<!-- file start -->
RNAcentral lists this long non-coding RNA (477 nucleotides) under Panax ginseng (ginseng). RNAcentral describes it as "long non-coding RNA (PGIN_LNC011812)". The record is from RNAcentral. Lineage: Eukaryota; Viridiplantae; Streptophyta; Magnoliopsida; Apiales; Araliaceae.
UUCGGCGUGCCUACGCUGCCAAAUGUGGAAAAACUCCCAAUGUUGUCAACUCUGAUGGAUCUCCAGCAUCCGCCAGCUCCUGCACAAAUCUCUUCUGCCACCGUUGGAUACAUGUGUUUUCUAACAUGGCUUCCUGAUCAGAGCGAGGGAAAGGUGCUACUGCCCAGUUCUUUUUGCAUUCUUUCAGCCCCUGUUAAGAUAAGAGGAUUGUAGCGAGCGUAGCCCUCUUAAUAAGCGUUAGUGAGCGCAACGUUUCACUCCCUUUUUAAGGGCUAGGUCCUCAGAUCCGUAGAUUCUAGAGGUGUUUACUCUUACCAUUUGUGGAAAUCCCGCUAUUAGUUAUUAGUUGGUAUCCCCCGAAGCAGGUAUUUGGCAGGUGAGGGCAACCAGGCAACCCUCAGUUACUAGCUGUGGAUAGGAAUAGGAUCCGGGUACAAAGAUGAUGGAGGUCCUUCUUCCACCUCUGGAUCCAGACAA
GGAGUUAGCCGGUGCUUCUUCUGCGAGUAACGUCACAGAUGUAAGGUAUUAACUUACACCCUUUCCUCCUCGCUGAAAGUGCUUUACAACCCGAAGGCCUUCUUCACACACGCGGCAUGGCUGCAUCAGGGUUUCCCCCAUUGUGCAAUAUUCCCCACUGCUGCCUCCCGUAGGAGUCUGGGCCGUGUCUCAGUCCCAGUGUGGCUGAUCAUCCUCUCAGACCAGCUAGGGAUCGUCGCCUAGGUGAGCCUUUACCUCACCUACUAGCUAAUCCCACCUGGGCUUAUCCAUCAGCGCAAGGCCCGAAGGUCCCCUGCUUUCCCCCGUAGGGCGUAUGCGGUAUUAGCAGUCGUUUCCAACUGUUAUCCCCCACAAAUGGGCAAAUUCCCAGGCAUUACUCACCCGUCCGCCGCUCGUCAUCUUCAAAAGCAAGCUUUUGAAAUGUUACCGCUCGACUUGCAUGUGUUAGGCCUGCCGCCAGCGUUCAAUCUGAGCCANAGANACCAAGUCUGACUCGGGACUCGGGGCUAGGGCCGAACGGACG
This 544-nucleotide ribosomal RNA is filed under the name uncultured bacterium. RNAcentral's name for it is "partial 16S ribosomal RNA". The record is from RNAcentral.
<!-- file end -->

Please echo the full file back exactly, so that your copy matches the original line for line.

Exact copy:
RNAcentral lists this long non-coding RNA (477 nucleotides) under Panax ginseng (ginseng). RNAcentral describes it as "long non-coding RNA (PGIN_LNC011812)". The record is from RNAcentral. Lineage: Eukaryota; Viridiplantae; Streptophyta; Magnoliopsida; Apiales; Araliaceae.
UUCGGCGUGCCUACGCUGCCAAAUGUGGAAAAACUCCCAAUGUUGUCAACUCUGAUGGAUCUCCAGCAUCCGCCAGCUCCUGCACAAAUCUCUUCUGCCACCGUUGGAUACAUGUGUUUUCUAACAUGGCUUCCUGAUCAGAGCGAGGGAAAGGUGCUACUGCCCAGUUCUUUUUGCAUUCUUUCAGCCCCUGUUAAGAUAAGAGGAUUGUAGCGAGCGUAGCCCUCUUAAUAAGCGUUAGUGAGCGCAACGUUUCACUCCCUUUUUAAGGGCUAGGUCCUCAGAUCCGUAGAUUCUAGAGGUGUUUACUCUUACCAUUUGUGGAAAUCCCGCUAUUAGUUAUUAGUUGGUAUCCCCCGAAGCAGGUAUUUGGCAGGUGAGGGCAACCAGGCAACCCUCAGUUACUAGCUGUGGAUAGGAAUAGGAUCCGGGUACAAAGAUGAUGGAGGUCCUUCUUCCACCUCUGGAUCCAGACAA
GGAGUUAGCCGGUGCUUCUUCUGCGAGUAACGUCACAGAUGUAAGGUAUUAACUUACACCCUUUCCUCCUCGCUGAAAGUGCUUUACAACCCGAAGGCCUUCUUCACACACGCGGCAUGGCUGCAUCAGGGUUUCCCCCAUUGUGCAAUAUUCCCCACUGCUGCCUCCCGUAGGAGUCUGGGCCGUGUCUCAGUCCCAGUGUGGCUGAUCAUCCUCUCAGACCAGCUAGGGAUCGUCGCCUAGGUGAGCCUUUACCUCACCUACUAGCUAAUCCCACCUGGGCUUAUCCAUCAGCGCAAGGCCCGAAGGUCCCCUGCUUUCCCCCGUAGGGCGUAUGCGGUAUUAGCAGUCGUUUCCAACUGUUAUCCCCCACAAAUGGGCAAAUUCCCAGGCAUUACUCACCCGUCCGCCGCUCGUCAUCUUCAAAAGCAAGCUUUUGAAAUGUUACCGCUCGACUUGCAUGUGUUAGGCCUGCCGCCAGCGUUCAAUCUGAGCCANAGANACCAAGUCUGACUCGGGACUCGGGGCUAGGGCCGAACGGACG
This 544-nucleotide ribosomal RNA is filed under the name uncultured bacterium. RNAcentral's name for it is "partial 16S ribosomal RNA". The record is from RNAcentral.